In this one-shot comic, Zack Whedon and artist Joelle Jones (Token) establish how a young, impressionable, but brilliant Dr. Horrible was drawn into a world of crime. Readers are reacquainted with the charming, brawny, crime-fighting superhero extraordinaire Captain Hammer when Dr. Horrible crosses paths with his greatest enemy in an all-out showdown of immeasurable proportions. Special guest appearances include Dr. Horrible’s love interest, Penny; his sidekick, Moist; and a meter man.
Though its comic form lacks the music it’s still a great read if you’re a fan of all things Horrible. And though the iPhone format lacks features like zoom and tap-to-turn pages, the promise of comic book readers for the iPad is all the more exciting.
This itty bit of news has just made my week. Remember that game SkiFree that came preloaded on Windows 3.1? It was a very simple game; you used the arrow keys to direct the skier speck to the bottom of a hill, trying your best to not run into obstacles like trees and rocks. Today gameplay utilizes iPhone goodies like the built-in accelerometer for steering and the touchscreen for jumping. The developer promises a future update will add a new slalom mode, easter eggs from the original SkiFree, and the absent and totally necessary Snow Monster. That little basterd would always get me once I reached near the bottom of the hill! Download SkiFree here; it’s free!
We all knew this was coming. The latest Internet meme is now featured in an app for the iPhone/iPod Touch. Edward Anatolevich Hill is ‘The Creepy La-La-La Guy’ you’ve seen belt out those lalala’s and get impersonated by the great Christoph Waltz. You can now bring the nightmare-inducing man to your iPhone with the Trololo app. In it Hill sings his tune over and over again as you try to unlock the following powers: Applause, Funny Hat, Tone Invasion, Lava, Earthquake, and Chicken Of Death. Normally priced at $1.99, the app is free today! So go on and download it. Or don’t.
When Sling released the $29.99 Slingplayer app for the iPhone back in May, AT&T restricted it from streaming live TV over its 3G service because they were worried the overload of data would bring its cell service to its knees. Poor AT&T. This week AT&T has come out and stated they have been working closely with Sling to optimize Slingplayer’s streaming capabilities so that it would not hurt AT&T’s customers. As soon as Apple approves it, a free update will allow Slingers to stream their content over 3G, in addition to WiFi. With news of AT&T approving VoIP calls and now Sling streaming over 3G, it seems as if AT&T at long last has come to accept the fact that restricting significant features on its most popular device is a major no-no.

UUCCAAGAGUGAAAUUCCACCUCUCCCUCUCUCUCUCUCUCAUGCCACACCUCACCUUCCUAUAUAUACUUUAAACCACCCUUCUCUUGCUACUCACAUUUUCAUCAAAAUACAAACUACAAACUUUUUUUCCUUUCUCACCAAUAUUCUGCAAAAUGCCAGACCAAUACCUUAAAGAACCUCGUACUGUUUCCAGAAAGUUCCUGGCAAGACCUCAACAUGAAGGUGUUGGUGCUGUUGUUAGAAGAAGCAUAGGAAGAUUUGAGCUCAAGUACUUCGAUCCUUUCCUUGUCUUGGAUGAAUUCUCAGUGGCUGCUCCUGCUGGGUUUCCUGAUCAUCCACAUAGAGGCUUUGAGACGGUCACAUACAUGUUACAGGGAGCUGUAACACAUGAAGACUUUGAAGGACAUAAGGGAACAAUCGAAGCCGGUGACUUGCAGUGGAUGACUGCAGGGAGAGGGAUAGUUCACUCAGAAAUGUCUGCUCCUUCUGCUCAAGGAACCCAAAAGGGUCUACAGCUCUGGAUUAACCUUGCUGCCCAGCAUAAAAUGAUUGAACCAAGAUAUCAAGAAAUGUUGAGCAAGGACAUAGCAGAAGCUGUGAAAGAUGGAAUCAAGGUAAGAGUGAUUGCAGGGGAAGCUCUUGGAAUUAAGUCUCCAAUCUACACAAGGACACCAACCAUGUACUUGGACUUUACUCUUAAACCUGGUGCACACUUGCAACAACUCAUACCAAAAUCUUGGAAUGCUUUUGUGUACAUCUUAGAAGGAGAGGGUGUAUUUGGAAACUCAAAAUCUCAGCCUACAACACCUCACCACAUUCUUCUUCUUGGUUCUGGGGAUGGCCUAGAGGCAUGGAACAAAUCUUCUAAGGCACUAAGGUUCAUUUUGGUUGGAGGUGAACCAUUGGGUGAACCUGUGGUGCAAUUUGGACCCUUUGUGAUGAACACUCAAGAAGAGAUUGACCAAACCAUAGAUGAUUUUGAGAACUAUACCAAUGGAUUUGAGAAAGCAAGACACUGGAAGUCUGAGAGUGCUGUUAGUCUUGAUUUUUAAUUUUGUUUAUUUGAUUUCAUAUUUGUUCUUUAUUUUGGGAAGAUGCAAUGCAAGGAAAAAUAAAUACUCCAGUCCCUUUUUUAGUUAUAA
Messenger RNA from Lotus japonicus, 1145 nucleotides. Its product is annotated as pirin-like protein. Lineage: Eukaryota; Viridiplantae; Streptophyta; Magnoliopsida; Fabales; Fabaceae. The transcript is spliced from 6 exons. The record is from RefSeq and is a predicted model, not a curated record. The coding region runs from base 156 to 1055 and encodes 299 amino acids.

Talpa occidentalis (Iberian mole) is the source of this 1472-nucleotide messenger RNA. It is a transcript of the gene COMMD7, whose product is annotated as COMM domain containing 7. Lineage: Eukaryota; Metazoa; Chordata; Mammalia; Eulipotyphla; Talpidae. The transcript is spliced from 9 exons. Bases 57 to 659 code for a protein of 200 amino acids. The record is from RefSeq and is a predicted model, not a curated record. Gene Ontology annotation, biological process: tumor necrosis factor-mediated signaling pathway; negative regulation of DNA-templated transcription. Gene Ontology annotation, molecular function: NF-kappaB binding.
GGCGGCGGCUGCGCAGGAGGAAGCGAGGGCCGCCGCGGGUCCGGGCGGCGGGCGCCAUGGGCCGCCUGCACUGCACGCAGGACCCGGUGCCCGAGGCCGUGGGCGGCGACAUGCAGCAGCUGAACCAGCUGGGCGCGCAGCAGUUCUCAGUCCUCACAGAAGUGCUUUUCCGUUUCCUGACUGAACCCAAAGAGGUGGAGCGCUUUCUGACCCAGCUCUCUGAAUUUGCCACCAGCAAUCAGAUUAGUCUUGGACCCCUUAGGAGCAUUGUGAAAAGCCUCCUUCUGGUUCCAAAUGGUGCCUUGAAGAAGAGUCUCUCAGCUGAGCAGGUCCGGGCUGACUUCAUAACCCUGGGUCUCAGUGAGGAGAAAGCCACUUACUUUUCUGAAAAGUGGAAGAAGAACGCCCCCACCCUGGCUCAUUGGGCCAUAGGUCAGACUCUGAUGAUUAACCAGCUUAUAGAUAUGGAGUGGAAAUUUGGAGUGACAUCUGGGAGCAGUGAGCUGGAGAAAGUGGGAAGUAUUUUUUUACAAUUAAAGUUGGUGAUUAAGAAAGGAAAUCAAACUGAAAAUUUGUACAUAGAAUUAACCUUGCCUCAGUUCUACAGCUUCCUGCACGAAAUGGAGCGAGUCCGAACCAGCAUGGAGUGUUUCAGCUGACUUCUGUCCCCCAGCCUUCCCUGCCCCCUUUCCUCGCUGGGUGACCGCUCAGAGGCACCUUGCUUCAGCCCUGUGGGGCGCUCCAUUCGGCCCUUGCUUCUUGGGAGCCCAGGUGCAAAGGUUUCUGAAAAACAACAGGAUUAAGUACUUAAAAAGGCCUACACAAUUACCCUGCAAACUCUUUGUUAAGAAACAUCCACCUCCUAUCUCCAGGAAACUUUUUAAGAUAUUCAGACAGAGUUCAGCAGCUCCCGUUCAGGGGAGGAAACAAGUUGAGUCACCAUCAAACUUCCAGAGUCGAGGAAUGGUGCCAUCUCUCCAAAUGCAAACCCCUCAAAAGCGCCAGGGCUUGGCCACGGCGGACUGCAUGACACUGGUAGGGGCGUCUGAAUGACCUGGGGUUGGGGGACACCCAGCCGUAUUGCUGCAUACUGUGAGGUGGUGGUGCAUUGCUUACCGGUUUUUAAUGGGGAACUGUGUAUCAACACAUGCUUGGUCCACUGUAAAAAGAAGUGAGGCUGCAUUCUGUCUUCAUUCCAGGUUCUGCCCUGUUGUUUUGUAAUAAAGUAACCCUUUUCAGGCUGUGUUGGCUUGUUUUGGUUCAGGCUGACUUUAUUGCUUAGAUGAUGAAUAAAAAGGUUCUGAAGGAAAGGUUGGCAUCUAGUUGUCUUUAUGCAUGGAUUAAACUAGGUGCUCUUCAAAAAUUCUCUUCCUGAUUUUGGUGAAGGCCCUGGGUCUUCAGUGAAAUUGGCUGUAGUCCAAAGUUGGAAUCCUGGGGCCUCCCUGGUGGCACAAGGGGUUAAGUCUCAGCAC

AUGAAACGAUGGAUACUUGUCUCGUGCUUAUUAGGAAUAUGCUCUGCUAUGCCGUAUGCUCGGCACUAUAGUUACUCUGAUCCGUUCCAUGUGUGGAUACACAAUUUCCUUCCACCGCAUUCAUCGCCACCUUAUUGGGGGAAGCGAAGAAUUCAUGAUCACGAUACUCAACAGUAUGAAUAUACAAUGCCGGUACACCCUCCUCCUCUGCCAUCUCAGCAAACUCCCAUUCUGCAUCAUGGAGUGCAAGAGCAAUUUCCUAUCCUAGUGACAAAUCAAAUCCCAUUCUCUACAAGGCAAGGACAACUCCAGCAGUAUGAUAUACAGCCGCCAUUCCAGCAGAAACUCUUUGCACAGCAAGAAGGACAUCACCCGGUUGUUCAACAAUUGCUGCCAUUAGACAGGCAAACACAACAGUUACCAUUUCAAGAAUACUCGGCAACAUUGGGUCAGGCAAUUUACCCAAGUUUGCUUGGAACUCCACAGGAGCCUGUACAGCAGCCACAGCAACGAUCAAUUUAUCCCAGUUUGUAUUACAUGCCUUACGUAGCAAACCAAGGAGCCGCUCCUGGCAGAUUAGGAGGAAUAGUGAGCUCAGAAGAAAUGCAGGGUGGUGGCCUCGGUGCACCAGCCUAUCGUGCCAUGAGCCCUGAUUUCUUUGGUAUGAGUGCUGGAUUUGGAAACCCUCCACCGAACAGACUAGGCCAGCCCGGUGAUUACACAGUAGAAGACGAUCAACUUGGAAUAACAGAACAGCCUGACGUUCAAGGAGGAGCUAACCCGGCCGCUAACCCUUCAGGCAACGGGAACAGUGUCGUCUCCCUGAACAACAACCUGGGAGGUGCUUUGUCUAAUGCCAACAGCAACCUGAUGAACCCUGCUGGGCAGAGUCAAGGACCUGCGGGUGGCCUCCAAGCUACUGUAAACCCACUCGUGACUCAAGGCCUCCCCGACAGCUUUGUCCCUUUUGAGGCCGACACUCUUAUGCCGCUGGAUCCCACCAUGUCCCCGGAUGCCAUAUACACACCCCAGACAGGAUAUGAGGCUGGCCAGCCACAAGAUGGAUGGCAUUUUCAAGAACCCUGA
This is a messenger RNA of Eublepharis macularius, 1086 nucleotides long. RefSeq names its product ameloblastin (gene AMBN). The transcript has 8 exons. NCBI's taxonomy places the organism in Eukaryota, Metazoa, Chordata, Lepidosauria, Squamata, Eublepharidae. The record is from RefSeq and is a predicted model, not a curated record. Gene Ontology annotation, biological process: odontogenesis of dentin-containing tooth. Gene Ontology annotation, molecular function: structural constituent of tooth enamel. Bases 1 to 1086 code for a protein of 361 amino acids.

Apple recently announced their first quarter financial results and per usual, they made quite a hefty profit. $3.38 billion to be exact (or $3.67 profit per share). They brought in revenues of $15.68 billion. Note that these numbers are up from last quarter’s profit of $2.26 billion on $11.88 billion in revenue. More to the point, this is the best quarter they have ever had. Let’s break it down by product: Apple sold 3.36 million Macs (representing a 33 percent unit increase over the year-ago quarter), 8.7 million iPhones (representing 100 percent unit growth), and 21 million iPods (representing an eight percent unit decline). No surprise there; iPod sales have been declining for some time now. Note that this decline factors general iPod sales; iPod touch sales were up 55 percent.
According to the earnings PR, “The new products we are planning to release this year are very strong, starting this week with a major new product that we’re really excited about.” *Cough–Apple Tablet–cough.* Sorry, I was just clearing my throat. Might as well throw in a possibility of seeing the next iLife, iPhone OS 4.0, and maybe even witness AT&T’s iPhone exclusitivity fall by the wayside to Verizon. Remember to check back here tomorrow night for all Apple announcements.
Every quarter seems to surpass the last financially for Apple. With Steve Jobs at the helm, what else more could you expect? The man is an inspiration, and his company is his vision. “Apple at the core, its core value, is that we believe that people with passion can change the world for the better.” Watch as Steve Jobs (in shorts!) motivates the industry in a video captured about ten years ago when he returned to Apple.
Do you think your spouse is cheating on you? Do you have trust issues? Is your name Elin Woods? In any case, the iTrust app is for you! It works like this: You take a snapshot of your iPhone’s homescreen (holding down the home button + the power button), open the iTrust app, select the homescreen image you just took, and tap start. That’s it. Now when someone tries to go snooping on your phone he/she will get passed the lock screen to find a frozen image of your homescreen. The culprit will think the still image is actually the homescreen and will go about pressing various apps trying to pry into private text messages or emails. All the while the app is recording his/her every move. When you get back to your phone you can open iTrust and playback a log to see what exactly the culprit was trying to find. Neat, huh? Obviously there are many ways to bypass the iTrust mirage but the concept is interestingly sneaky, isn’t it? iTrust is available in the App Store for a buck. Full demo in the video above.
Watch in shock and wonder as a one-year-old taps into the iPhone like a pro. Real difficult, right Sex in the City‘s Carrie? (Look after the break to see what I’m referencing.)